thereof and should be held for trial." In Ladiana, this Court has unequivocally declared that a
person undergoing preliminary investigation cannot be considered as being under custodial
investigation.
Constitutional Law; Custodial Investigation.
The import of the distinction between custodial interrogation and preliminary investigation
relates to the inherently coercive nature of a custodial interrogation which is conducted by the
police authorities. Due to the interrogatory procedures employed by police authorities, which are
conducive to physical and psychological coercion, the law affords arrested persons constitutional
rights to guarantee the voluntariness of their confessions and admissions, and to act as deterrent
from coercion by police authorities. These safeguards are found in Article III, Section 12 (1) of
the Constitution and Section 2 of R.A. No. 7438. Sans proper safeguards, custodial investigation
is a fertile means to obtain confessions and admissions in duress.
Constitutional Law; Custodial Investigation; Extrajudicial Confessions.
Resultingly, as pronounced in Ladiana, the claim by the accused of inadmissibility of his
extrajudicial confession is unavailing because his confessions were obtained during a
preliminary investigation.
And even if accused-appellant Peaflor's extrajudicial confessions were obtained under custodial
investigation, these are admissible. To be admissible, a confession must comply with the
following requirements: it "must be (a) voluntary; b) made with the assistance of a competent
and independent counsel; c) express; and d) in writing." In the case at bar, the prosecution did
not present proof of the absence of any of these requirements.
Constitutional Law; Custodial Investigation; Extrajudicial Confessions.
There was also neither evidence nor allegation that accused-appellant Peaflor was coerced to
confess and that the nature and consequence of his extrajudicial confessions in relation to his
constitutional rights were not thoroughly discussed to him. As correctly observed by the RTC,
the preliminary investigations were conducted in a neutral place; it was conducted at the
Prosecutor's office and in the presence of accused-appellant Peaflor's relatives, which facts were
never refuted by the defense.
What needs to be noted here is that "a confession is admissible until the accused successfully
proves that it was given as a result of violence, intimidation, threat or promise of reward or
leniency." The prosecution in this case failed to adduce evidence to prove the presence of any
circumstance that would negate the admissibility of his confession. The presumption of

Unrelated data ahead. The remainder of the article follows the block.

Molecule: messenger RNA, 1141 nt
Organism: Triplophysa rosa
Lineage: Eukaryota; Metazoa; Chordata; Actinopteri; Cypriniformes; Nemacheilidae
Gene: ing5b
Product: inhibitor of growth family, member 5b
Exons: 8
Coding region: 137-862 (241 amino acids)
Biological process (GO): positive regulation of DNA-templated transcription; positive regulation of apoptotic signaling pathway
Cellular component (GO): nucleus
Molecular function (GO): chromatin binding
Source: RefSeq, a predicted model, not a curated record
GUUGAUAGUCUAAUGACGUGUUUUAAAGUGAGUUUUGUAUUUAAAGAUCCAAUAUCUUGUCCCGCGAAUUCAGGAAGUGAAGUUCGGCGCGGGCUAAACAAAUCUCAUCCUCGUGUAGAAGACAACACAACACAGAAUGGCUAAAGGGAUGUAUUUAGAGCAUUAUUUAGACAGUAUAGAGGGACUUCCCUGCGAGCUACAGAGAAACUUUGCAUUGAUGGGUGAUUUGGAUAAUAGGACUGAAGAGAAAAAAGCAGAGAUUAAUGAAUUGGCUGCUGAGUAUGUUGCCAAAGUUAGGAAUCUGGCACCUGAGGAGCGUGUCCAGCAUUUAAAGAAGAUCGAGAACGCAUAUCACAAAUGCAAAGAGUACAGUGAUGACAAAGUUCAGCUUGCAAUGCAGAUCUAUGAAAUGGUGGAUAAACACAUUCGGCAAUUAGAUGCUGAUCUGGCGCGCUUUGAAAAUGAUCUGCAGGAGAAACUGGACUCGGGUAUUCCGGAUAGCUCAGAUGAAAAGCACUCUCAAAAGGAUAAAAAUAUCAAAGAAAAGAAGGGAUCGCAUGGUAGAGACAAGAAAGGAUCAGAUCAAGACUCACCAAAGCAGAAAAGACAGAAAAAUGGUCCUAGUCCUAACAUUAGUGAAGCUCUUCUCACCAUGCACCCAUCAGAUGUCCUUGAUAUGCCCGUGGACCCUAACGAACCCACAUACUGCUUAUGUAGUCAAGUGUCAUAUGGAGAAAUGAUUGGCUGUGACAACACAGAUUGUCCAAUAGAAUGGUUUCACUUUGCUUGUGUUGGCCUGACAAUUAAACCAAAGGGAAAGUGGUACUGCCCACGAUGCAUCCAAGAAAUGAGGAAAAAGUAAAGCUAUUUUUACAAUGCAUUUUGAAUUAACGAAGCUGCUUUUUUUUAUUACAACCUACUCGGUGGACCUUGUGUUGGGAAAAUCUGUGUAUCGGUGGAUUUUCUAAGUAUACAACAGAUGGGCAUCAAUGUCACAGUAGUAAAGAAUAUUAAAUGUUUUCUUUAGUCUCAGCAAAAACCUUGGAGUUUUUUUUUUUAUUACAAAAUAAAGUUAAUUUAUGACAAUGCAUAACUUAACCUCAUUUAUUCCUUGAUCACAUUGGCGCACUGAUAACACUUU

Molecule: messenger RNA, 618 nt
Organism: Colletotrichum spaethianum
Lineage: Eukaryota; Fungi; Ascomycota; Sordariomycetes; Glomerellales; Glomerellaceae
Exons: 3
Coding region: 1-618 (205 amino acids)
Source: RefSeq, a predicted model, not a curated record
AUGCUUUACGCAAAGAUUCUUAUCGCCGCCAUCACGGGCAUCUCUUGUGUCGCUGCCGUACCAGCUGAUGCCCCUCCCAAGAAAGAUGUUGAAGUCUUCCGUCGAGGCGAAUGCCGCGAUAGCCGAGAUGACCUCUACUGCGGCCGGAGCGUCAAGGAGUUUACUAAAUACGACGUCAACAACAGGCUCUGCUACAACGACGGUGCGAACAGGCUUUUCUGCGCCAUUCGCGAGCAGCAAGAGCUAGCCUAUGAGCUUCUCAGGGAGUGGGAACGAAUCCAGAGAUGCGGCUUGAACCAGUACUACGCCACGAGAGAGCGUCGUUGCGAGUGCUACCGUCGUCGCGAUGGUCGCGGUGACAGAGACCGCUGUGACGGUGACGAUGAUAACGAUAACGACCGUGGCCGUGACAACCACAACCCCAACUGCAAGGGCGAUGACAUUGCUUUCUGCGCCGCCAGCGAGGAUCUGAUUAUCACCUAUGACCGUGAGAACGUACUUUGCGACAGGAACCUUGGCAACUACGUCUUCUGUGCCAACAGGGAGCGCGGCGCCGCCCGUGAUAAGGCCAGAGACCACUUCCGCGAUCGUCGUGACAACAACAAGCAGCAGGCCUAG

regularity in the performance of duty prevails over mere allegations.
The presumption of regularity operates when the prosecution proffers that government officials
tasked with responsibilities regarding the enforcement of our laws and procedures submit that the
crime has been duly proven, which, however, may be refuted by the defense. It is upon the
defense to disprove such presumption by adducing no less than clear and convincing evidence,
showing that the performance of functions was tainted with irregularity and that the official had
motive to falsify, such that, any taint of irregularity renders the presumption unavailable. In the
case at bar, the defense failed to refute such presumption.

AQA Global Construction, Inc. v. Planters Development Bank, G.R. Nos. 211649 &
211742, [August 12, 2015]
Remedial Law; Civil Procedure; Third-Party Claims.
The Court would like to take exception to the CA's ruling, limiting the remedies of the adverse
third party to vindicate his claim of ownership and/or possession over the foreclosed property to
a terceria and an independent separate action once a writ of possession had already been issued,
as in this case. In Gagoomal v. Spouses Villacorta, the Court ruled that aside from such
remedies, the adverse third party may take other legal remedies to prosecute his claim, such
as invoking the supervisory power of the RTC to enjoin the enforcement/implementation of the
writ of possession, as what petitioners did in this case. Unquestionably, the RTC has a general
supervisory control over the entire execution process, and such authority carries with it the right
to determine every question which may be invariably involved in the execution, and ensure that
it is enforcing its judgment only against properties irrefutably belonging to the judgment
debtor. However, in such instances, the RTC does not and cannot pass upon the question of title
to the property, with any character of finality, and can treat of the matter only as may be
necessary to decide the question of whether or not the person in possession holds the property
adversely to the judgment obligor. If the claimant's proofs do not persuade the court of the
validity of his title or right of possession thereto, the claim will be denied.

People v. Cayas, G.R. No. 215714 , [August 12, 2015]


Remedial Law; Evidence; Witnesses; Presumption of Regularity.
The Court gives full faith and credence to the testimonies of the police officers and upholds the